VIOLENCE, harassment and adults fighting are just some of the incidents police were called to at the town’s surgeries and Warrington Hospital in the past 12 months.

A Warrington Guardian Freedom of Information request found officers had been called 72 times to GP practices across the town in the last three years.

During the same period, Cheshire Police were called to Warrington Hospital on Lovely Lane more than 1,600 times however a large proportion of those calls were due to sudden deaths where the police are alerted to ensure there are no suspicious circumstances.

Incidents included burglaries, anti-social behaviour, concerns for safety or welfare, thefts, a missing person, an illegal immigrant, preventing a ‘potential breach of the peace’, possession of drugs, a bail breach and wanted person, criminal damage and two incidents involving pets but no further details could be given.

In the last year, the surgeries police had to attend on the highest number of occasions were Longford street (four) and Padgate on Station Road (four).

The highest number overall was Dallam Lane Medical Centre where police were called out seven times in 2011, six in 2012 and three in 2013.

A spokesman for NHS England in Cheshire, Warrington and Wirral said violence or aggression from patients was ‘unacceptable’ and extra funding had been provided for a dedicated scheme to support patients to ‘learn how to behave appropriately’.

John Wicks, interim chief officer of Warrington CCG, said: “Thankfully, the police are infrequently called to violent incidents at an average GP surgery.

‘’If a doctor or a member of their staff is affected, NHS England has imposed a strict violent patient scheme where the patient is asked to attend appointments at a safe haven practice where both the members of staff and patient are protected from any further harm.”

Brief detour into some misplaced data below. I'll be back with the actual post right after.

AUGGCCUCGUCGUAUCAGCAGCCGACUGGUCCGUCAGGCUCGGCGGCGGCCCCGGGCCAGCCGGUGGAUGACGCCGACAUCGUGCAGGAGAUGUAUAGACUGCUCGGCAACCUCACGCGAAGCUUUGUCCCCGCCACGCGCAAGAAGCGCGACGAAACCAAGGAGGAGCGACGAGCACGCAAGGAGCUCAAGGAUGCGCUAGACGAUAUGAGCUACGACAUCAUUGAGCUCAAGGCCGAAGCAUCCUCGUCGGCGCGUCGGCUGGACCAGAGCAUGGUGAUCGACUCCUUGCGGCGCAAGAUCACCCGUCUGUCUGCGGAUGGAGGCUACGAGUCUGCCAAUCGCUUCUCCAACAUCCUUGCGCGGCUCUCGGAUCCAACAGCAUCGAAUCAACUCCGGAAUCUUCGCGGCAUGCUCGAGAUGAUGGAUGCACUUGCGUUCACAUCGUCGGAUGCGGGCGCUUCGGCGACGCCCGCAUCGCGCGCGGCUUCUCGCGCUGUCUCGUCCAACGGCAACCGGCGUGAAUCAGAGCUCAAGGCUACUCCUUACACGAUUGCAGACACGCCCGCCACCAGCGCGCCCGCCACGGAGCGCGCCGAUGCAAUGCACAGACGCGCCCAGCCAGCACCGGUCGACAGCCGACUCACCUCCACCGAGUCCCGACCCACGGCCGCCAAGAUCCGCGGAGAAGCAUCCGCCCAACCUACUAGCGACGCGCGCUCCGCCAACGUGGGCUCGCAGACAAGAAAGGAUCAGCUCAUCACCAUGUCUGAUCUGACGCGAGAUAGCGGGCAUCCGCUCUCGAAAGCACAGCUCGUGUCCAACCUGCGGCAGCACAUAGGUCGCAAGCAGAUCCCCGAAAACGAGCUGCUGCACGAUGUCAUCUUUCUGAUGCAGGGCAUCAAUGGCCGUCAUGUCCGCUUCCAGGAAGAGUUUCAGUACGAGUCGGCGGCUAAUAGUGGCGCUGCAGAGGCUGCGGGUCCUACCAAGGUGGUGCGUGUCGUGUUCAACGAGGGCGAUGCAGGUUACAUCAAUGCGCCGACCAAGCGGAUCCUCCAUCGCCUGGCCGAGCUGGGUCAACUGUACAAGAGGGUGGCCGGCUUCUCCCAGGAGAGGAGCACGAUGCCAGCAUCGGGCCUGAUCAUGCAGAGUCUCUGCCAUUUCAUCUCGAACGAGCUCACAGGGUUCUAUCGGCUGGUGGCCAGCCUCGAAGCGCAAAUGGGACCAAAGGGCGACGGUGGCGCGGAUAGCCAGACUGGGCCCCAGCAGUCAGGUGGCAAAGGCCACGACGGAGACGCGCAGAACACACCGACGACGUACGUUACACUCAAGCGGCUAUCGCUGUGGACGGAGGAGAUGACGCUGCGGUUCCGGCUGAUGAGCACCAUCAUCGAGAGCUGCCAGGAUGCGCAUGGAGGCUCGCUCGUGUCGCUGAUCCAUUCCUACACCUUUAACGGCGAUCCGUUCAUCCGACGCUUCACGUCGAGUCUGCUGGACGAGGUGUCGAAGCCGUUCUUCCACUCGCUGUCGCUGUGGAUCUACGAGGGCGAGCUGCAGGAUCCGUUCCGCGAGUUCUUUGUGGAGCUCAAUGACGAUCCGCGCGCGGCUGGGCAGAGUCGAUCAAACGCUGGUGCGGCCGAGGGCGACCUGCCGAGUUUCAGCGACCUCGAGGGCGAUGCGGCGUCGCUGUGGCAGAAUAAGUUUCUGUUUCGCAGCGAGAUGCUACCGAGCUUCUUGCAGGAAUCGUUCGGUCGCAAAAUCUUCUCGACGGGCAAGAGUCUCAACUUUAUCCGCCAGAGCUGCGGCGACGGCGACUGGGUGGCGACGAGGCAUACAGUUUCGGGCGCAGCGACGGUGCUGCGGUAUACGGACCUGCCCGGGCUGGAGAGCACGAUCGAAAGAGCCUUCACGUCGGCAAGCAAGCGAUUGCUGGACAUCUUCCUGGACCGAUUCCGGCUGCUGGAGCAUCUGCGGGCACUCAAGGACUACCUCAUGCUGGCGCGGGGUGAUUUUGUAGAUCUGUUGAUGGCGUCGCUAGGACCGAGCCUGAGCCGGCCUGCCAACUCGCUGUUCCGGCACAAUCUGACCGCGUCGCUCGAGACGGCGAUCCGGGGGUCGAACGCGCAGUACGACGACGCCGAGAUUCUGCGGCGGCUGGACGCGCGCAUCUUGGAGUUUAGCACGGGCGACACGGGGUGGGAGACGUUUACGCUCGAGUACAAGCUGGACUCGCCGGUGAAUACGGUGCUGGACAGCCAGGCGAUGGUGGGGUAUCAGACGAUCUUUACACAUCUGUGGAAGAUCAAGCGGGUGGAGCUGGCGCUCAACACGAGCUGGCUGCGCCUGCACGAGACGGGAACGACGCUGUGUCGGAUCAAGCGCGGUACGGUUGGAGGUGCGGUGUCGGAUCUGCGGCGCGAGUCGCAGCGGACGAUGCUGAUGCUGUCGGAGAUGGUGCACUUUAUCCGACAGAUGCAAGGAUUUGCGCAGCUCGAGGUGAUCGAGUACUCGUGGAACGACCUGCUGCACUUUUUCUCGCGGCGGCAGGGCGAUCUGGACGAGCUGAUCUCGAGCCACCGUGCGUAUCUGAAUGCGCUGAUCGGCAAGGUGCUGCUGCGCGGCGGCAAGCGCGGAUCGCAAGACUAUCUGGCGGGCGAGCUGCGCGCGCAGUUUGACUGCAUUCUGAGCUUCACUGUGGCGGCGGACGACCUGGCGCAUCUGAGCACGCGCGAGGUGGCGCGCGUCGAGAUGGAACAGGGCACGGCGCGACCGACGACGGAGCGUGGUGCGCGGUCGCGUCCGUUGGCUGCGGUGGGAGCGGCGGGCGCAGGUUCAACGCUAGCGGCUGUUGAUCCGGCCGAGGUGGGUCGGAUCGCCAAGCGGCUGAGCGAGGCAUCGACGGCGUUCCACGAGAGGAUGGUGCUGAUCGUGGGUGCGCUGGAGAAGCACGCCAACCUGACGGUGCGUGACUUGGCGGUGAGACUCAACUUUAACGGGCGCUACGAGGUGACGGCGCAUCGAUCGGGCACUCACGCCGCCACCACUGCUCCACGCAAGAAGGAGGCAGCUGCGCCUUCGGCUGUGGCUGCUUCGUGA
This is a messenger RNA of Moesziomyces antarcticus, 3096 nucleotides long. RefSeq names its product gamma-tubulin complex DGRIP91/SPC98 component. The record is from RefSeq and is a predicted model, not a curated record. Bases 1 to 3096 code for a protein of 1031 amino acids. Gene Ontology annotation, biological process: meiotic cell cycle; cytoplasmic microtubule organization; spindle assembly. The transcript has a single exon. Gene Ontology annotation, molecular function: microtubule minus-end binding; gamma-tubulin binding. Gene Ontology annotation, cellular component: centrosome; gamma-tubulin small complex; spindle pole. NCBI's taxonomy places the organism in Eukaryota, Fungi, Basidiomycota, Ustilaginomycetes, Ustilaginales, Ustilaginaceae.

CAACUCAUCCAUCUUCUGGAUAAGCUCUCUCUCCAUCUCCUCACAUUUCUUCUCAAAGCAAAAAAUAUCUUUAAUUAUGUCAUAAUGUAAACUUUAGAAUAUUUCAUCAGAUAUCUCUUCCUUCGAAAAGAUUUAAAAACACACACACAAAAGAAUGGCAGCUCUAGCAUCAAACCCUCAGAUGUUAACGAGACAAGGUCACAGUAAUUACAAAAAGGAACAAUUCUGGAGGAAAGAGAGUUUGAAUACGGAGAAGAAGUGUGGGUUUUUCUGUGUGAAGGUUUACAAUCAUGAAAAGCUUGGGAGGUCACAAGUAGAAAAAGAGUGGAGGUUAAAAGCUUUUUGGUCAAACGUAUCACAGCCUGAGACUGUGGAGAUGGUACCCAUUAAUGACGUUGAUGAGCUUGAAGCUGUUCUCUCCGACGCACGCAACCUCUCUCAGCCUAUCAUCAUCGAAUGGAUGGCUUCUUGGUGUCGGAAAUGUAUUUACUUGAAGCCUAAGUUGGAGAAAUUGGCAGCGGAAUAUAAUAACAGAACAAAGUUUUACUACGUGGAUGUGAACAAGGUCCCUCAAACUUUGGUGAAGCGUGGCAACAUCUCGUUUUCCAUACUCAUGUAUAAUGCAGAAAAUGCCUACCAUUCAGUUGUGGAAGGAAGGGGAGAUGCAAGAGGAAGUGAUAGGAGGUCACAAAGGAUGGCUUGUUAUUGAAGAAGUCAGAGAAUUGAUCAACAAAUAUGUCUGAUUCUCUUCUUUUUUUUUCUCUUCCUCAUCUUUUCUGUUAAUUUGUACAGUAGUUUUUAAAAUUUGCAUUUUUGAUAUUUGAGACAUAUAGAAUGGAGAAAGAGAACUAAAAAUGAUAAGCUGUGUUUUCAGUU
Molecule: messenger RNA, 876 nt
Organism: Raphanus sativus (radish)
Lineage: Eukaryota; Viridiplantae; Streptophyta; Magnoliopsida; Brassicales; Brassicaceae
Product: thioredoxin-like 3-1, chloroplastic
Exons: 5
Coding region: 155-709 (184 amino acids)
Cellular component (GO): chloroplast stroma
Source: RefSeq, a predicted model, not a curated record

In Warrington, the safe haven practice is Greenbank surgery which currently looks after 17 people on the scheme.

Dr Mike Northey, from the Manchester Road surgery, said: “I see all the patients on the safe haven scheme, which is usually two slots a week.

“The patients are escorted to the practice by two members of a security team.

“One member of the team waits outside and the other one comes into the appointment.

“Then we have a 30 minute appointment where we run through the normal discussions you would get in any appointment.

‘’I enjoy working with patients on the scheme. Some have complex social as well as physical and psychological problems, others are people who simply acted rashly on one occasion, but need the help from primary care that anyone could need.

“It’s quite unusual for the police to be called out to a GP practice generally.”

FIGURES have found a dramatic drop in the number of times police have been called to Warrington Hospital in the last three years.

In 2011, officers were called to 607 incidents but in 2013 calls dropped to 514.

Phil Sloan, head of security for the hospital, said they have been targeting violence and aggression towards staff by using an alert system which makes staff aware of potentially violent patients.

He added: “This has been made possible after a successful campaign to get staff to report incidents.

“To support staff in handling potentially volatile situations, we have increased the number of conflict resolution training sessions and the trust now has a resident police officer and a police community support officer on site.

“They have been a fantastic support to our team and definitely had an impact in reducing incidents of violence and aggression towards our staff and other members of the public.”